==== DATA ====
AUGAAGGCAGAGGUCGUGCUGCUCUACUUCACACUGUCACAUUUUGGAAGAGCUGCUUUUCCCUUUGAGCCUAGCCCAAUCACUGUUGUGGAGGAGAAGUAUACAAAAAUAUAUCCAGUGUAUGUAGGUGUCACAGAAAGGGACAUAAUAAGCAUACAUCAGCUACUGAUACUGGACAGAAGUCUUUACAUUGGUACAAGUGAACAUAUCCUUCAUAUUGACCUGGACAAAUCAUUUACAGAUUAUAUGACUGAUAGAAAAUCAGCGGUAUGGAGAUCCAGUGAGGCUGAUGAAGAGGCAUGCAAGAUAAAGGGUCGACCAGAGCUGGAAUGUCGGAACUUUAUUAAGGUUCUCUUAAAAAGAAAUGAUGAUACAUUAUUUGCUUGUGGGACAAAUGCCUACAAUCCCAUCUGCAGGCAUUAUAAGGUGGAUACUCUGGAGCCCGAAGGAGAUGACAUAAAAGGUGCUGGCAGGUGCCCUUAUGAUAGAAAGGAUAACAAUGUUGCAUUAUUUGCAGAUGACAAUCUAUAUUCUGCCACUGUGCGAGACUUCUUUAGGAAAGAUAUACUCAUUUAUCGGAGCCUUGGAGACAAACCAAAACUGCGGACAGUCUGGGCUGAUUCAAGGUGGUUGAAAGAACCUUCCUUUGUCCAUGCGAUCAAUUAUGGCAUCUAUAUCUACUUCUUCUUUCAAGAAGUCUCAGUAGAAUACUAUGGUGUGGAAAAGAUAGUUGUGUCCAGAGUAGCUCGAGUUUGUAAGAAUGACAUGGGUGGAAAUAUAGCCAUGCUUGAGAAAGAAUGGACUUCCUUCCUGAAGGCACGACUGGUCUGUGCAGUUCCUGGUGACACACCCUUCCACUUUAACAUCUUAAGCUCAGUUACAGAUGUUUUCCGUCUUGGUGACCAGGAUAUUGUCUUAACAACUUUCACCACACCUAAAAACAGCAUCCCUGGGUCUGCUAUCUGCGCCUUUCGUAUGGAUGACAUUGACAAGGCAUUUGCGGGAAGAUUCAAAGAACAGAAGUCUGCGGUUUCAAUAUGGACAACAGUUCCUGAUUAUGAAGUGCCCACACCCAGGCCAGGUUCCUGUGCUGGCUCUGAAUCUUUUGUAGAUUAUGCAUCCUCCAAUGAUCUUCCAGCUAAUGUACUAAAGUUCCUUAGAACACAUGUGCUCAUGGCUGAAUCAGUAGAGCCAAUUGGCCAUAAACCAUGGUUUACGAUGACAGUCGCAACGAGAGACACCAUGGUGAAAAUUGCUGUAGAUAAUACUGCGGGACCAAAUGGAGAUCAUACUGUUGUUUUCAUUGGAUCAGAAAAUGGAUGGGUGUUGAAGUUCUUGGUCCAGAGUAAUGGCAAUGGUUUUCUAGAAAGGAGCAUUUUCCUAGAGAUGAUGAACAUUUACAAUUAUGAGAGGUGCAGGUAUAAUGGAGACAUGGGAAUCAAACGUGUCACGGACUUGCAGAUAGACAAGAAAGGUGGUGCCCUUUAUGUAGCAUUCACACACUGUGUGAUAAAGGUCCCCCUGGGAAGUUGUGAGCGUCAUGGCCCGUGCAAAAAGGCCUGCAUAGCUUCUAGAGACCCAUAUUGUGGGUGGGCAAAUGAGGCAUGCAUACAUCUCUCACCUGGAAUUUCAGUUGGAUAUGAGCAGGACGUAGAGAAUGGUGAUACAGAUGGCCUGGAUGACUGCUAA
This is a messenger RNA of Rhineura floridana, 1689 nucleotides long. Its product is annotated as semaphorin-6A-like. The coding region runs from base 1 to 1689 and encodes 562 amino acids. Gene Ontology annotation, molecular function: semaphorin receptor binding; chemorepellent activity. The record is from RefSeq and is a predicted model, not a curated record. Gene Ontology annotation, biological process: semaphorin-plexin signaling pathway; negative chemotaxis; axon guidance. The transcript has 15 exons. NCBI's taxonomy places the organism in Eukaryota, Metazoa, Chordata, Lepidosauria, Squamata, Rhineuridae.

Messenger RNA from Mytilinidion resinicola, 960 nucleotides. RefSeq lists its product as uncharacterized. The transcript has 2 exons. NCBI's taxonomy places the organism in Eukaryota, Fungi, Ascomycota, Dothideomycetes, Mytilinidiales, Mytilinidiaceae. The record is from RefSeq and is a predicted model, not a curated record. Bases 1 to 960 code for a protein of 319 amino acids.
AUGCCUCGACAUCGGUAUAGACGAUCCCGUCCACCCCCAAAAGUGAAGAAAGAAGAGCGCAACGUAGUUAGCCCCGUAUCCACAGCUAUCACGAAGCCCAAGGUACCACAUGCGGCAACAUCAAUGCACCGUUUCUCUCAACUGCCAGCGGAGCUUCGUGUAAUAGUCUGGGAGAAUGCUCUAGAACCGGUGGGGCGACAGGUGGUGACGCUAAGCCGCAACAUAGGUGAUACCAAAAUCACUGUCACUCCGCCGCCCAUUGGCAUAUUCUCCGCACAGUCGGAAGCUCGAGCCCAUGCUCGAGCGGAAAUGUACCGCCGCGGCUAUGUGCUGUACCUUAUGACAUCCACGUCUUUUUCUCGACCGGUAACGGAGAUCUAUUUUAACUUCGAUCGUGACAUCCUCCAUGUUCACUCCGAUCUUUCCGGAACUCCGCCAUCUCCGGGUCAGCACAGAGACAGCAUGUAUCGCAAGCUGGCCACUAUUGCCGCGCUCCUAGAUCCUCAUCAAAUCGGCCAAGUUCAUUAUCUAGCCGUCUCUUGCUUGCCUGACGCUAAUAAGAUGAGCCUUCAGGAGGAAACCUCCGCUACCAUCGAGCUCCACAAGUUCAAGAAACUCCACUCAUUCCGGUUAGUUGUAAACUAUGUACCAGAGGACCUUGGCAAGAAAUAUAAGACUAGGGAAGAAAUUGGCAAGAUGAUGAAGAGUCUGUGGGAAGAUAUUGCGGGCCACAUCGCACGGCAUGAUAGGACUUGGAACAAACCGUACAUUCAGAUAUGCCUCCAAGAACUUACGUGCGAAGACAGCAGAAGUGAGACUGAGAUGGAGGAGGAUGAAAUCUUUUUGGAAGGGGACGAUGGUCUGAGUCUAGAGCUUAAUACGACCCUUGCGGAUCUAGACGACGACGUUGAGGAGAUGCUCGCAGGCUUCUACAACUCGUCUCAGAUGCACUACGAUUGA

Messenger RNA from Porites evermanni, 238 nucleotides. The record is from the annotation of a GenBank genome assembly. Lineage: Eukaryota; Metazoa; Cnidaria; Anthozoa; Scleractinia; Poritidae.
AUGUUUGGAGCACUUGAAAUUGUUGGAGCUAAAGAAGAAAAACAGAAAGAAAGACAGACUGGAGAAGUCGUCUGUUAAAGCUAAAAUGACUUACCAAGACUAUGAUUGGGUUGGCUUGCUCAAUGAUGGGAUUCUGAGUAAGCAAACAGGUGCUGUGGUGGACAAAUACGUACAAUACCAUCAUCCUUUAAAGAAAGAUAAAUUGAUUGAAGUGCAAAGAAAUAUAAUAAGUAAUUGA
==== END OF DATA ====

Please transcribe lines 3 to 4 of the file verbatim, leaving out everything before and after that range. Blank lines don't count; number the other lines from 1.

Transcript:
Messenger RNA from Mytilinidion resinicola, 960 nucleotides. RefSeq lists its product as uncharacterized. The transcript has 2 exons. NCBI's taxonomy places the organism in Eukaryota, Fungi, Ascomycota, Dothideomycetes, Mytilinidiales, Mytilinidiaceae. The record is from RefSeq and is a predicted model, not a curated record. Bases 1 to 960 code for a protein of 319 amino acids.
AUGCCUCGACAUCGGUAUAGACGAUCCCGUCCACCCCCAAAAGUGAAGAAAGAAGAGCGCAACGUAGUUAGCCCCGUAUCCACAGCUAUCACGAAGCCCAAGGUACCACAUGCGGCAACAUCAAUGCACCGUUUCUCUCAACUGCCAGCGGAGCUUCGUGUAAUAGUCUGGGAGAAUGCUCUAGAACCGGUGGGGCGACAGGUGGUGACGCUAAGCCGCAACAUAGGUGAUACCAAAAUCACUGUCACUCCGCCGCCCAUUGGCAUAUUCUCCGCACAGUCGGAAGCUCGAGCCCAUGCUCGAGCGGAAAUGUACCGCCGCGGCUAUGUGCUGUACCUUAUGACAUCCACGUCUUUUUCUCGACCGGUAACGGAGAUCUAUUUUAACUUCGAUCGUGACAUCCUCCAUGUUCACUCCGAUCUUUCCGGAACUCCGCCAUCUCCGGGUCAGCACAGAGACAGCAUGUAUCGCAAGCUGGCCACUAUUGCCGCGCUCCUAGAUCCUCAUCAAAUCGGCCAAGUUCAUUAUCUAGCCGUCUCUUGCUUGCCUGACGCUAAUAAGAUGAGCCUUCAGGAGGAAACCUCCGCUACCAUCGAGCUCCACAAGUUCAAGAAACUCCACUCAUUCCGGUUAGUUGUAAACUAUGUACCAGAGGACCUUGGCAAGAAAUAUAAGACUAGGGAAGAAAUUGGCAAGAUGAUGAAGAGUCUGUGGGAAGAUAUUGCGGGCCACAUCGCACGGCAUGAUAGGACUUGGAACAAACCGUACAUUCAGAUAUGCCUCCAAGAACUUACGUGCGAAGACAGCAGAAGUGAGACUGAGAUGGAGGAGGAUGAAAUCUUUUUGGAAGGGGACGAUGGUCUGAGUCUAGAGCUUAAUACGACCCUUGCGGAUCUAGACGACGACGUUGAGGAGAUGCUCGCAGGCUUCUACAACUCGUCUCAGAUGCACUACGAUUGA